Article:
What machine learning could be used for is to predict beforehand which projects will be labeled as inactive with your rule system. In business churn models are used to predict which customers might become inactive in the future. A simple churn model could output the probability that a project will have any activity within the next one month.

This approach is not able to use the data on the projects that have been labeled as inactive by the users. It could still be used as one of the features, but I would avoid using it as the only training data as it does not sound very reliable source of information.

I think most of your questions are answered when you more rigorously specify your problem. So let's back up and define the basics...

First, we need to define our target. It sounds like it's inactive, where inactive might be defined as "marked 'inactive' by the project owner", or "no activity in a year", or "no followers", or "0 contributors", or some combination of the above or something else entirely. Let's assume for now that inactive means that activity has been 0 for 12 months. (activity may itself be an aggregation of underlying variables, of course, but let's treat it as a single time series variable.)

Once we've firmed this up, you're correct that you don't need a model if you have the information you need about a project to see if it meets this definition or not. So if you decide that inactive means "no activity in the last year" and you have a projects activities for the last 12 months sitting in front of you, you don't need a model. (You might still want software to calculate this across many projects for you, but you don't need a model.)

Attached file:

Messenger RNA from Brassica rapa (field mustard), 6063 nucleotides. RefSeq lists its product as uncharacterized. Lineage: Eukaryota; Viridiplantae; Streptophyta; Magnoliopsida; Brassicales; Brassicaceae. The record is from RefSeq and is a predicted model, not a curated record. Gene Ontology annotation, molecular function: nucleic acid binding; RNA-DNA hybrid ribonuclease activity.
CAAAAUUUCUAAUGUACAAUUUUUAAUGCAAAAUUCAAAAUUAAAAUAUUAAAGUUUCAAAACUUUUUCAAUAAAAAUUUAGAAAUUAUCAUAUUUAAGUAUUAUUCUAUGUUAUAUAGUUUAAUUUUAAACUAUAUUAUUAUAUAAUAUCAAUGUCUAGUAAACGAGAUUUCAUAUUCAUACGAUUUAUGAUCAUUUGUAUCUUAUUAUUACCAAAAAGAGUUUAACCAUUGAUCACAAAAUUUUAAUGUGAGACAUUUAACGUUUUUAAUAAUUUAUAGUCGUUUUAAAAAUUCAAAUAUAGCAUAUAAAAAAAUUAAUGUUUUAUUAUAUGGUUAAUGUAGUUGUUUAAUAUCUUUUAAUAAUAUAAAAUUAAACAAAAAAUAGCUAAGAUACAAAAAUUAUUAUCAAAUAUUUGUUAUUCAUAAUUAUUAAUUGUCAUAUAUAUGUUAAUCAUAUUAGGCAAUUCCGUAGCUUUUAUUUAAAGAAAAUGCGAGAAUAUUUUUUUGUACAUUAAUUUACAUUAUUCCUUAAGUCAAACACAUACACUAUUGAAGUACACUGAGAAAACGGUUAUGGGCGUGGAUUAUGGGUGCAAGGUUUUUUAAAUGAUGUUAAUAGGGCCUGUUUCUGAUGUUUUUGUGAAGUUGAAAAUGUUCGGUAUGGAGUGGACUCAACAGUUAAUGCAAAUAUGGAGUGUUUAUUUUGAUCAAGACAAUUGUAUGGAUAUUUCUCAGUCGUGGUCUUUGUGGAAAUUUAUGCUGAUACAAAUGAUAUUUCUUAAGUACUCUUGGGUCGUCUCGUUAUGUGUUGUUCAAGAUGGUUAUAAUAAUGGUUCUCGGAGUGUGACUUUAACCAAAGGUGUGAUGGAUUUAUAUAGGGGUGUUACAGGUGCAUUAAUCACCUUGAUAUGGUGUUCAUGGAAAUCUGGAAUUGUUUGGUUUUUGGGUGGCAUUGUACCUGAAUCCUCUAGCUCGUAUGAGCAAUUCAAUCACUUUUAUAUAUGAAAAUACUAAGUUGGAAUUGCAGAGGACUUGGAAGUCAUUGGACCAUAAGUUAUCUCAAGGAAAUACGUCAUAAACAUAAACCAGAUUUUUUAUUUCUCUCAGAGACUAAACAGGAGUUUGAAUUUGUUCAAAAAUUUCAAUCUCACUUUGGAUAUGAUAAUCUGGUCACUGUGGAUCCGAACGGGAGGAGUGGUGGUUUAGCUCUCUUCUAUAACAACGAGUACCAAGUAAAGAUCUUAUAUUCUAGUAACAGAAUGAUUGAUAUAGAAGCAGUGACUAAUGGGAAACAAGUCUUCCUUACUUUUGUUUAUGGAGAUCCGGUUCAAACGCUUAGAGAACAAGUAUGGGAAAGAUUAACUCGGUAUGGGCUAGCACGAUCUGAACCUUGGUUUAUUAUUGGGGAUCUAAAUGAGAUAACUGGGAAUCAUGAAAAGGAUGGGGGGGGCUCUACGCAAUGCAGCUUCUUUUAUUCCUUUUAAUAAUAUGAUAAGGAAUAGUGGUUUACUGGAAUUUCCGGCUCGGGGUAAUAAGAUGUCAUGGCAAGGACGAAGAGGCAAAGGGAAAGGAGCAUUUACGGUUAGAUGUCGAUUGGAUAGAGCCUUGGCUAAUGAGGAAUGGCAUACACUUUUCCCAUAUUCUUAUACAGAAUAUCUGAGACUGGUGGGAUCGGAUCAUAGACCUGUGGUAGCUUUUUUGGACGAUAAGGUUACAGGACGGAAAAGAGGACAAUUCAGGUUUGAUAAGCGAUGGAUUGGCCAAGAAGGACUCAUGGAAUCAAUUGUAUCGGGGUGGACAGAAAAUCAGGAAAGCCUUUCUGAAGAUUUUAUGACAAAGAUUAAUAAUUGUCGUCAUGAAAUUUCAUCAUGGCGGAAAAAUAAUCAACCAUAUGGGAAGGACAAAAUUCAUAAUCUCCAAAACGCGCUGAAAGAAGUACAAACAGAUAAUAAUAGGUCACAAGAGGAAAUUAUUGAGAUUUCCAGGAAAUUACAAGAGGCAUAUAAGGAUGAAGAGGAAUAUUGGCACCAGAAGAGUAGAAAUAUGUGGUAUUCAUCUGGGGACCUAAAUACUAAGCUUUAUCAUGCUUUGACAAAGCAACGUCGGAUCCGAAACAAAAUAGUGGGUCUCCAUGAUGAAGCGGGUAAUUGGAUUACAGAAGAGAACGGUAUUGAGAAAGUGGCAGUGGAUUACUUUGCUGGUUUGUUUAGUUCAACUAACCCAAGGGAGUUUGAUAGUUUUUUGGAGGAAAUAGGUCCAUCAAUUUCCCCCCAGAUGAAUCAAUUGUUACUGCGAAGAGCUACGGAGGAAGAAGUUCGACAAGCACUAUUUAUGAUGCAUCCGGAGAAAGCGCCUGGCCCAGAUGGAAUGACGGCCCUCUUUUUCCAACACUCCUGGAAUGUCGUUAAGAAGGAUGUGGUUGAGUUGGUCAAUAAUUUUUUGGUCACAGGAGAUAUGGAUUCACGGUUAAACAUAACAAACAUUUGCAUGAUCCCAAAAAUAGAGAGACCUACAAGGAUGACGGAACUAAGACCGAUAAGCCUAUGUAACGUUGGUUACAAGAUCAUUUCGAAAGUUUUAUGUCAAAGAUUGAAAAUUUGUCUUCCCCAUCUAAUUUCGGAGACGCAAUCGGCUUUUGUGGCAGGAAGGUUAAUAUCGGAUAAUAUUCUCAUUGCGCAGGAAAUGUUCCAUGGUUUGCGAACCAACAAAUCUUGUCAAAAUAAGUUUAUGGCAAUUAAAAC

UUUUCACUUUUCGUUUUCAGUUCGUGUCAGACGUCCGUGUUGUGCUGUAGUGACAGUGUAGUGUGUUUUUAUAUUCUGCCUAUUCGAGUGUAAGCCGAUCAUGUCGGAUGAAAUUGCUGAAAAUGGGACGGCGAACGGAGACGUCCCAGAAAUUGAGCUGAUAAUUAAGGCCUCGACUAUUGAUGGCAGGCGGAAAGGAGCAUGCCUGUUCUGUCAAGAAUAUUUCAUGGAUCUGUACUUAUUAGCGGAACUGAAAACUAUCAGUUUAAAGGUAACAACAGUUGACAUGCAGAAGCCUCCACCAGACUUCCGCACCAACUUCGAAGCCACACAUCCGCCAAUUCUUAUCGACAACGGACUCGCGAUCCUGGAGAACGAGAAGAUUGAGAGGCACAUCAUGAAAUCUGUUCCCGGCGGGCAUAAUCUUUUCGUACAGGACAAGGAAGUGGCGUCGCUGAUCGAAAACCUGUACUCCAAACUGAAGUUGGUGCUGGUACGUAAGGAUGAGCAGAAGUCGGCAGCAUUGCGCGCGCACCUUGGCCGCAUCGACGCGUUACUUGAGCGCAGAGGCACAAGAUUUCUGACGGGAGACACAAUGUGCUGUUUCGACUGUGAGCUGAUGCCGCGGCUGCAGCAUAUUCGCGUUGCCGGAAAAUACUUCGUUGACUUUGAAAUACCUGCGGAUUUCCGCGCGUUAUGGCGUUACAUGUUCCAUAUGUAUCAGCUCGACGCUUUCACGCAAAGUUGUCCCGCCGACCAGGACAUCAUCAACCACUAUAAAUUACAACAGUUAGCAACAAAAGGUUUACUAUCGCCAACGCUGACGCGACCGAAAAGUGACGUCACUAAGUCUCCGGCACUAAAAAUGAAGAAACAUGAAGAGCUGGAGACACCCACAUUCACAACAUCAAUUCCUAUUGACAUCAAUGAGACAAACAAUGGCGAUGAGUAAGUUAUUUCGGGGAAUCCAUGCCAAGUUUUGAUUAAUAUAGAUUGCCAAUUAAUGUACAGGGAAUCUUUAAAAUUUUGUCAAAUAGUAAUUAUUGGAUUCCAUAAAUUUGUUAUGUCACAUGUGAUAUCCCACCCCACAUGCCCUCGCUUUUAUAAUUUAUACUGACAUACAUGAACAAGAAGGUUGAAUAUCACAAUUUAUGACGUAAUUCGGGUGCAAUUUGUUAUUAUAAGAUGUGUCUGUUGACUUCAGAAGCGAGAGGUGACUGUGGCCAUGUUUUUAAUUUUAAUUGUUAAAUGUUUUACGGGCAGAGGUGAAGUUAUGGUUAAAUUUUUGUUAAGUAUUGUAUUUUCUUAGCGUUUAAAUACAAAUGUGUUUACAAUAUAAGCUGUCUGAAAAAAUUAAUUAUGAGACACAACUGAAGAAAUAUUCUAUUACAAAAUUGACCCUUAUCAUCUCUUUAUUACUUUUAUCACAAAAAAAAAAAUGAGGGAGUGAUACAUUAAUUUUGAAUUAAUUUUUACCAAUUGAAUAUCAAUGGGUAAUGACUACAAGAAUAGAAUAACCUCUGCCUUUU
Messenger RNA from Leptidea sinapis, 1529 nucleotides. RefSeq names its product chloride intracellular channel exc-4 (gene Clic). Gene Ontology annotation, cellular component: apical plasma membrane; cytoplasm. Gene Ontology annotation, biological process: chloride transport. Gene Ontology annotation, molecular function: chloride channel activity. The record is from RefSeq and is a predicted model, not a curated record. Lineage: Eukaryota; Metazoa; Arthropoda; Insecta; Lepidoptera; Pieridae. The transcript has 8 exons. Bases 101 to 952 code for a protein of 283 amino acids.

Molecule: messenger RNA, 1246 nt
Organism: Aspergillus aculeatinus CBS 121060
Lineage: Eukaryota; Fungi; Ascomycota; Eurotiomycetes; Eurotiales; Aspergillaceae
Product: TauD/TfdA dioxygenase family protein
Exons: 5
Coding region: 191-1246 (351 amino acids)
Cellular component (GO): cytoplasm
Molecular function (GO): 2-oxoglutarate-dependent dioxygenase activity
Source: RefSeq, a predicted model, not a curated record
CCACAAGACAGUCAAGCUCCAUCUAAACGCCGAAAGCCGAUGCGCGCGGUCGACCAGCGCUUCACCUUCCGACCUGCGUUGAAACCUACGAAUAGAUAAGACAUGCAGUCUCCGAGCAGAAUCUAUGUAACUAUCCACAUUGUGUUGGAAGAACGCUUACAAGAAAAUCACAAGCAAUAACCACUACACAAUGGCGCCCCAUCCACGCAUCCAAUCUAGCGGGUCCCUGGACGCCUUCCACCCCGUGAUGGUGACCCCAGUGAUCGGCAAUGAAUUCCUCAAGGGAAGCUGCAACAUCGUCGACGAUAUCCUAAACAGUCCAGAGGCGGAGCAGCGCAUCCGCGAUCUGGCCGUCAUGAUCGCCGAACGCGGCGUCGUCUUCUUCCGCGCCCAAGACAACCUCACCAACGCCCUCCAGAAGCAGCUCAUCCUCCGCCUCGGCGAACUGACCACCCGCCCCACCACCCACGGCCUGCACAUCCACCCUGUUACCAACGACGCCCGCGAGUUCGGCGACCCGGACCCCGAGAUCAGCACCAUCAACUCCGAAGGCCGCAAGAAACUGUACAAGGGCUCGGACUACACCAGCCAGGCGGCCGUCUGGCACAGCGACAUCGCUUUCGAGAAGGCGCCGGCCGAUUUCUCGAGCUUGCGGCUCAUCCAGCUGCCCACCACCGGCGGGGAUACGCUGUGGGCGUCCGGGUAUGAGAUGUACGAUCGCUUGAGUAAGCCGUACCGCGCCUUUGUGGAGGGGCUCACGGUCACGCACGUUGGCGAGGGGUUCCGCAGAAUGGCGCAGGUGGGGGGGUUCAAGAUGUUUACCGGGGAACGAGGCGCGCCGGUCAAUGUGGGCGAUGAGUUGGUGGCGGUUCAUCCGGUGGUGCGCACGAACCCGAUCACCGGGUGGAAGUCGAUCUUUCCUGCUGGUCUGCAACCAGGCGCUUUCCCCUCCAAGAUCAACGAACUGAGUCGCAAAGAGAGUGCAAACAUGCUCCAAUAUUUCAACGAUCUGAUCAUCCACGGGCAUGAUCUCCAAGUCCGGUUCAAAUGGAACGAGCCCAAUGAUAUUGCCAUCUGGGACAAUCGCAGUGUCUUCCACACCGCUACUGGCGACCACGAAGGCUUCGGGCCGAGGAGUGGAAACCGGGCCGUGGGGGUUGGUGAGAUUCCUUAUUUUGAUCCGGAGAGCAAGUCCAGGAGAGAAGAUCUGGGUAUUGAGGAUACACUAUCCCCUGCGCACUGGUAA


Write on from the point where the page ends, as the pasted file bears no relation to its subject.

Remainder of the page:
So now you need to define a decision and a decision point: the purpose for a model.

At some point in time, you will have some information about a project, but not your target information (activity and hence inactive). Your model cannot use any information beyond what you expect to have at the decision point to make its prediction. In supervised training, you will have this information and the target, of course, but not at predict/score (i.e. decision) time.